27 November 2010

Lights. Camera. Brontothere.

What the...???? Read on....

I made it through high school and college without ever having to participate in making a parade float or even being in a parade. In the last 14 months, though, we have been in three parades, two of them involving a float, the most recent being tonight. This didn't involve the dreaded chicken wire and tissue paper, though. No, this involved a modified rhinoceros taxidermy form and a lot of talent and energy from our faculty, staff and students.

Remember this guy from September?

The brontothere we entered as our float in the university parade in September so charmed our administration that they asked us to re-enter it in the city's annual Parade of Lights, held to kick off the holiday season on the Saturday after Thanksgiving. Obviously, this is a night-time parade and  lighting is critically important. Our curator agreed to take this on.

Sometime after that, we found that our brontothere would be not only the university's representative, but actually the Grand Marshal float leading the parade, with the university president and his wife riding on the float along with the university mascot. No pressure at all, right? Oh, and the lights had to be (we were told) LEDs. And we found out less than two weeks before the event.

Here's what we did.

First things first. By a unanimous vote, the brontothere's nose horns got red lights in honor of Rudolph. Everything else was negotiable. This was not.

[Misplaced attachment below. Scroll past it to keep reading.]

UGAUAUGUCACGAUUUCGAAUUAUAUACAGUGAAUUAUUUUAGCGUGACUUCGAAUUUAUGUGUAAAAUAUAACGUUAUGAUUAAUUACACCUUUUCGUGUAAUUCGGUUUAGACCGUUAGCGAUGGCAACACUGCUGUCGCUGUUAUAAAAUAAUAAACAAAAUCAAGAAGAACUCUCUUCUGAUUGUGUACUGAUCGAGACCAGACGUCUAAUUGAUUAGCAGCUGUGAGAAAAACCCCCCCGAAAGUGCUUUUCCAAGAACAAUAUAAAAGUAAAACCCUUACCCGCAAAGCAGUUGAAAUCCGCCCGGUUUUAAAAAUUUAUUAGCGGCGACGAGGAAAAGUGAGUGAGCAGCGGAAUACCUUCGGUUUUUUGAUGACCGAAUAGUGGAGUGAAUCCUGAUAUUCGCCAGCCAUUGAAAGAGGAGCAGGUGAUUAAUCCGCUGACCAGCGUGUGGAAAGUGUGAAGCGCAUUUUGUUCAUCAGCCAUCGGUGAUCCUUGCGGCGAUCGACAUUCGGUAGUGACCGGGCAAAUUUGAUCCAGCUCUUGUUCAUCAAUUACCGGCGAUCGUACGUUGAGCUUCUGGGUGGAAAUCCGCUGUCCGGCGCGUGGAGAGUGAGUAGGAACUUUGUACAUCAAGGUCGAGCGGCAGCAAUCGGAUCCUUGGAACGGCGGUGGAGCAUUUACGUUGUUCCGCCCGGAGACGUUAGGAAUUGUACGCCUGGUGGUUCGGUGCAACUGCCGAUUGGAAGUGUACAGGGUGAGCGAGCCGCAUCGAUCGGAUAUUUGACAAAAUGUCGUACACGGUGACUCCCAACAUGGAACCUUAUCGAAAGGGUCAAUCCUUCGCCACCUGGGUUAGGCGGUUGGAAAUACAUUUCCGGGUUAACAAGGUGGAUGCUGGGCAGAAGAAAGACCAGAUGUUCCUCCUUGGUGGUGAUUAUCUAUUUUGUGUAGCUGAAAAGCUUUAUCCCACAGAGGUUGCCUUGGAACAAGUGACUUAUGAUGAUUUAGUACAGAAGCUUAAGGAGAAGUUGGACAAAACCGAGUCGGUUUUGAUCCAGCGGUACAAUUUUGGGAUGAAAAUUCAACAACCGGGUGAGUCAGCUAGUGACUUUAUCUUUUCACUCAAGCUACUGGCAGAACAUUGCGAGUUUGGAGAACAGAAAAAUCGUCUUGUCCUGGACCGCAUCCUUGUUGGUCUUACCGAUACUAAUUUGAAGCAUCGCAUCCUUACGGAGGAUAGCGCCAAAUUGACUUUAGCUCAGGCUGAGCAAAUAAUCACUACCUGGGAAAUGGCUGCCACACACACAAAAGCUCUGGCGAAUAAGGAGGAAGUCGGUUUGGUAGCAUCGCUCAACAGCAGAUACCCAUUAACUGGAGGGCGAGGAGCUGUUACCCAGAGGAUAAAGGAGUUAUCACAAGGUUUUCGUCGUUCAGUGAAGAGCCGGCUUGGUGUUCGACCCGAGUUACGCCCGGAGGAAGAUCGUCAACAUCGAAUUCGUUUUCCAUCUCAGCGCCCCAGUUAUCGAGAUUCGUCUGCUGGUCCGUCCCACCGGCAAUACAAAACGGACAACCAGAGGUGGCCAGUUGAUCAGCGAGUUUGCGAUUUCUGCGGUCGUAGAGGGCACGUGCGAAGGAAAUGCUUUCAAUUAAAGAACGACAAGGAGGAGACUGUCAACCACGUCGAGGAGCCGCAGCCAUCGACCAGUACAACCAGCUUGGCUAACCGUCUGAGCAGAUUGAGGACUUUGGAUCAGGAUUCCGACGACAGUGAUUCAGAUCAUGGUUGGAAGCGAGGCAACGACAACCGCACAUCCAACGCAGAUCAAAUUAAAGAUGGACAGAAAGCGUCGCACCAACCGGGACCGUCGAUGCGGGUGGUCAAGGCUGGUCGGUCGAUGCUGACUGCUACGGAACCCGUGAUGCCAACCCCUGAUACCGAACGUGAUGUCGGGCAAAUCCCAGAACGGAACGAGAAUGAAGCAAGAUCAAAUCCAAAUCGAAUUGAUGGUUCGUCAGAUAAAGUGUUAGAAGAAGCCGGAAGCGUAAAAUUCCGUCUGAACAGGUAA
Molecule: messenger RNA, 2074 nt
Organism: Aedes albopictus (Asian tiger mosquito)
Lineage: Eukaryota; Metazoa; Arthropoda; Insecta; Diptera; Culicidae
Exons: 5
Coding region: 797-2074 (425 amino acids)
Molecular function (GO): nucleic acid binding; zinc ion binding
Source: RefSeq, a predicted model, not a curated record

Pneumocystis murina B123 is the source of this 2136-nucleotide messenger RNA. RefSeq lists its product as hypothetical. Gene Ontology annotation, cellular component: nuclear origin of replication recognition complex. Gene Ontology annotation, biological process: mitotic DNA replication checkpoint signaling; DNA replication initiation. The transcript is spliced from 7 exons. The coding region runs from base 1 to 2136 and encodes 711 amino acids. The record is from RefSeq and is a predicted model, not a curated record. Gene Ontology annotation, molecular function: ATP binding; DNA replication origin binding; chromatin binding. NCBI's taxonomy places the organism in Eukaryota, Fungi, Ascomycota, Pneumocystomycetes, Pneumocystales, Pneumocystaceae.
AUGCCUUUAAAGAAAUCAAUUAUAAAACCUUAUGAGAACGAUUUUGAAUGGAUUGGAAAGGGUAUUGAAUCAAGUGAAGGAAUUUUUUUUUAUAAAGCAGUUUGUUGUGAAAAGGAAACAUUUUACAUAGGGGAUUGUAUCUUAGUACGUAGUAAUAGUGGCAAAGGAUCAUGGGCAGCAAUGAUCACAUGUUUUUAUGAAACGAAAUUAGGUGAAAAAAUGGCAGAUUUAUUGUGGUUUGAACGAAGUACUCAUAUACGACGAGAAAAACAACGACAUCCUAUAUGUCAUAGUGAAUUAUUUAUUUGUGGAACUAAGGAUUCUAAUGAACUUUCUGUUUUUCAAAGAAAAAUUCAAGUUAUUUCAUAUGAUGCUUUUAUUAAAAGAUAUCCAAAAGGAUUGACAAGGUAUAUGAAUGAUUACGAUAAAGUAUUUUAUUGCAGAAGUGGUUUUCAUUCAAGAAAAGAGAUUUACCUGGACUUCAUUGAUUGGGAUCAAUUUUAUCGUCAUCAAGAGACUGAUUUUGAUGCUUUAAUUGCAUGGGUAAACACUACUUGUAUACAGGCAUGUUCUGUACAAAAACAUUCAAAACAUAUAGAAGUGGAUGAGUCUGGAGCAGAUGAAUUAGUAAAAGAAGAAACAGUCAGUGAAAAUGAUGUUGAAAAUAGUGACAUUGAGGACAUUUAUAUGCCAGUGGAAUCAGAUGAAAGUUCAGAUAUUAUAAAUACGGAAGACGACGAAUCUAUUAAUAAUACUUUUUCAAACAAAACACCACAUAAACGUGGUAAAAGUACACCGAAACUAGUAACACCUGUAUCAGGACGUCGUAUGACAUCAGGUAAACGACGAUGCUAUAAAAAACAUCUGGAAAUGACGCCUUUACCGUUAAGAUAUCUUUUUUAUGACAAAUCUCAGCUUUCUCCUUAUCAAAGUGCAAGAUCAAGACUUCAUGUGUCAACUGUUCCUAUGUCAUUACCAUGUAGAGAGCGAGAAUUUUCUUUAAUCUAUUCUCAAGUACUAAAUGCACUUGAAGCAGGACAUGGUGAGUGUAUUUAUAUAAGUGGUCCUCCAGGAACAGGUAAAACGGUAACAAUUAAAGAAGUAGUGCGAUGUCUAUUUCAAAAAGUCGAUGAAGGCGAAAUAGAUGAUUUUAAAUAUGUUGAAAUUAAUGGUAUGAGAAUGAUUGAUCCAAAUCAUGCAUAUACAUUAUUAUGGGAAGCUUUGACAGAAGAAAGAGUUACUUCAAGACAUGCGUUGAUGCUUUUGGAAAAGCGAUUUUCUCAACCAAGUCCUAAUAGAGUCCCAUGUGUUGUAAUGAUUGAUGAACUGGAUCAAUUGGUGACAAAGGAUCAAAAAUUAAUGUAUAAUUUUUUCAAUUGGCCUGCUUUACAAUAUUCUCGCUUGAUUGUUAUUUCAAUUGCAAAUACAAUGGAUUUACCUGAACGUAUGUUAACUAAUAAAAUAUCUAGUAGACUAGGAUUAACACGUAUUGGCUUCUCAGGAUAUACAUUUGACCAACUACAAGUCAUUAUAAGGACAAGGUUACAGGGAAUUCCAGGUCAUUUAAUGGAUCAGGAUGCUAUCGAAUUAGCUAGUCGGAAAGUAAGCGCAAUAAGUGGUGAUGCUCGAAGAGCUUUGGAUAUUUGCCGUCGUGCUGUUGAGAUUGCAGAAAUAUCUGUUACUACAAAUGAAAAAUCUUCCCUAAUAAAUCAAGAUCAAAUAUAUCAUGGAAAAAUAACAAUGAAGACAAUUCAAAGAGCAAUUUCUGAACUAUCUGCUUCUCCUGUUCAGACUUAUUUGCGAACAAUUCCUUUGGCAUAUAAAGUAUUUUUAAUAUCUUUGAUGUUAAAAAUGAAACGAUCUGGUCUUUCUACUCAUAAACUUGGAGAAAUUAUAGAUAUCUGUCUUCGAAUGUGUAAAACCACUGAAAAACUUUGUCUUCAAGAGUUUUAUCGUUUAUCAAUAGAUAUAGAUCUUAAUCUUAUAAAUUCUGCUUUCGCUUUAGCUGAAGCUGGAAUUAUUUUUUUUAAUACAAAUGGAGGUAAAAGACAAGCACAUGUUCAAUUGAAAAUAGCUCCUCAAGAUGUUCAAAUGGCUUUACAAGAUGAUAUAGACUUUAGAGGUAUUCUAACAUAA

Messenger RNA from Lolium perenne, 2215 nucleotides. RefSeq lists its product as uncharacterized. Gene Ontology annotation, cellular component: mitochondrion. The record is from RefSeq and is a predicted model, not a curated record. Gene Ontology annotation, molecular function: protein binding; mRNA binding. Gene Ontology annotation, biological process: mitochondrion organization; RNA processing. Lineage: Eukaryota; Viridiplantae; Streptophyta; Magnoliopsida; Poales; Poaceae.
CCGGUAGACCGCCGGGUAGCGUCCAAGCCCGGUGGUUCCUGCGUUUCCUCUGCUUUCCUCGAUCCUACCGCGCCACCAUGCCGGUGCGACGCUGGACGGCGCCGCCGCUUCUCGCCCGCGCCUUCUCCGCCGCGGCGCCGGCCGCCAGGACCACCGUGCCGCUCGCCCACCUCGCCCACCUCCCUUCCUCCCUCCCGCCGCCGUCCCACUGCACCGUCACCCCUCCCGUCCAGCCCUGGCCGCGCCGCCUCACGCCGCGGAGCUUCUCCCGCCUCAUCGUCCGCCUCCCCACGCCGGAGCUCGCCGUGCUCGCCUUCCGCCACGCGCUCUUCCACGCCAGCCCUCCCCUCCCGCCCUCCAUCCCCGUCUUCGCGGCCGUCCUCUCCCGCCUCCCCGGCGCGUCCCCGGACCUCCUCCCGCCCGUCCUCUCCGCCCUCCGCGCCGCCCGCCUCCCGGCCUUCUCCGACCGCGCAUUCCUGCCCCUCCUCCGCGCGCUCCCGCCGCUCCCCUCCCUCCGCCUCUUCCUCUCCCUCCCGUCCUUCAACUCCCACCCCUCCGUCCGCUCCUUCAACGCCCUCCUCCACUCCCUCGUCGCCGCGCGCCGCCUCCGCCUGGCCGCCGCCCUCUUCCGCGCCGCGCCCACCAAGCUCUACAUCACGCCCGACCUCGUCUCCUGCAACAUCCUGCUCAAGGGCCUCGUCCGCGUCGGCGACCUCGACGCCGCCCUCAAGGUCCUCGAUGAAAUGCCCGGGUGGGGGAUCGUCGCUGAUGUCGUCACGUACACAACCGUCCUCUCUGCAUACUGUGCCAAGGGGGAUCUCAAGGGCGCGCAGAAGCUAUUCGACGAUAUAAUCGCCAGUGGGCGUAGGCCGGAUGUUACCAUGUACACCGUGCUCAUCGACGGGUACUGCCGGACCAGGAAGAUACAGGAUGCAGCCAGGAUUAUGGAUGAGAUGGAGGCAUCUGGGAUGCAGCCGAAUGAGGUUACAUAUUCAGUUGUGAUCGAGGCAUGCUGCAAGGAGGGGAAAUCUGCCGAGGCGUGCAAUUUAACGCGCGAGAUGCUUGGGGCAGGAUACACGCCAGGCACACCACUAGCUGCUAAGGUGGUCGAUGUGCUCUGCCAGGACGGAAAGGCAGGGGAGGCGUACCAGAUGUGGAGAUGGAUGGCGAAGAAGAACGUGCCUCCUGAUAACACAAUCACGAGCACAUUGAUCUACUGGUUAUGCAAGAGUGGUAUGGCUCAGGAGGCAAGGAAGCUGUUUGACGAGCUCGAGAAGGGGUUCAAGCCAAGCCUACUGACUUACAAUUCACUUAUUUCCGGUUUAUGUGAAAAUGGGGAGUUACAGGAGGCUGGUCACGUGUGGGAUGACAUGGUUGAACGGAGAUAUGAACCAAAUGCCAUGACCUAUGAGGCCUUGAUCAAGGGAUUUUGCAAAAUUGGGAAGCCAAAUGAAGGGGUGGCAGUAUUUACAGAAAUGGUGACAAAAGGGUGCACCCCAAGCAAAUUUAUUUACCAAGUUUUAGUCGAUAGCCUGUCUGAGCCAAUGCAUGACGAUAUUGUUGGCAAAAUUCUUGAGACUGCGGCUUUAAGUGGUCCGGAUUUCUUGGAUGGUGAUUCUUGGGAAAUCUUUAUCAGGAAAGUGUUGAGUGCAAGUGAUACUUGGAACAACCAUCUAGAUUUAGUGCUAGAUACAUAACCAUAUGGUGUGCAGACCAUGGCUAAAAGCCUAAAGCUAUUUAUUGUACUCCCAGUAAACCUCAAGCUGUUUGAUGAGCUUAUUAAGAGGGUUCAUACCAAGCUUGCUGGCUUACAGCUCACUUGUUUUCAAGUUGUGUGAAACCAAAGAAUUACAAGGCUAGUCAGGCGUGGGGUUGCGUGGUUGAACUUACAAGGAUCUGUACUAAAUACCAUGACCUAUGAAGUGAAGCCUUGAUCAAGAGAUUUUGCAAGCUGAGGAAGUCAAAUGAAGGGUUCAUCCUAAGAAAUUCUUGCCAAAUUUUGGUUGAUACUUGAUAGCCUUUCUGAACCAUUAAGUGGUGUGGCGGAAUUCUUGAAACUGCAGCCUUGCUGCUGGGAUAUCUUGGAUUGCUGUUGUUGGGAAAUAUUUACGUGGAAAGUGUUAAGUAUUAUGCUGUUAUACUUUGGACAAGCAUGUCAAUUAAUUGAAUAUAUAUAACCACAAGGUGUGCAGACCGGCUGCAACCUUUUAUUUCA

Then he was lifted onto the trailer once again, gently. The platform makes it possible for us to strap him securely to the trailer.

Net lights helped us negotiate his difficult shape rather ingeniously.

Don't you think the net lights give him a strong resemblance to Durer's rhinoceros?

They used lights to outline a panel on each side for the school banners.

And they used string lights to outline his head and legs.

Rudolph had NOTHIN' on our guy. THIS is a red nose.

Front half is lit.

Adding more lights to the rear.

Pointillistic brontothere.

Brontothere reflected in the overhead door.

The artistic Michelle replaced a white bulb with a green one at each eye, to give him the laser-eyed effect.

Full body lights are working.

Room lights back on for phase II of the work.

White tarps plus multi-colored net lights = a winter snowy wonderland effect. Or so we say.

It all comes together.

Lights and sound system ready to go. Needless to say, he was a hit.

And also needless to say, we are chilled, exhausted and exhilarated after watching him move regally downtown. He was the star of a lovely and joyous hometown parade. You wouldn't see him in the Macy's parade, just as you wouldn't see the decorated horses, Harleys, rescue dogs, Lakota drummers and singing toilets we saw tonight, but I'll take this over Macy's any day.

Let the holiday season begin.


ReBecca Hunt-Foster said...

Most awesome!! Great job guys!!

Anne Weil said...

Fun! That is one bright brontothere! But can we hear more about the singing toilets?

Unknown said...

Thanks, y'all. Re the singing toilets: this was on a larger float sponsored by a local pipe fitting company. There were about a dozen toilets arranged in three graduated vertical tiers like choir singers, lit up nicely, with their lids synchronized to go up and down with the music. They really looked as if they were happily singing along. Probably the wittiest float in the whole parade.

You just don't have this much fun in the big cities....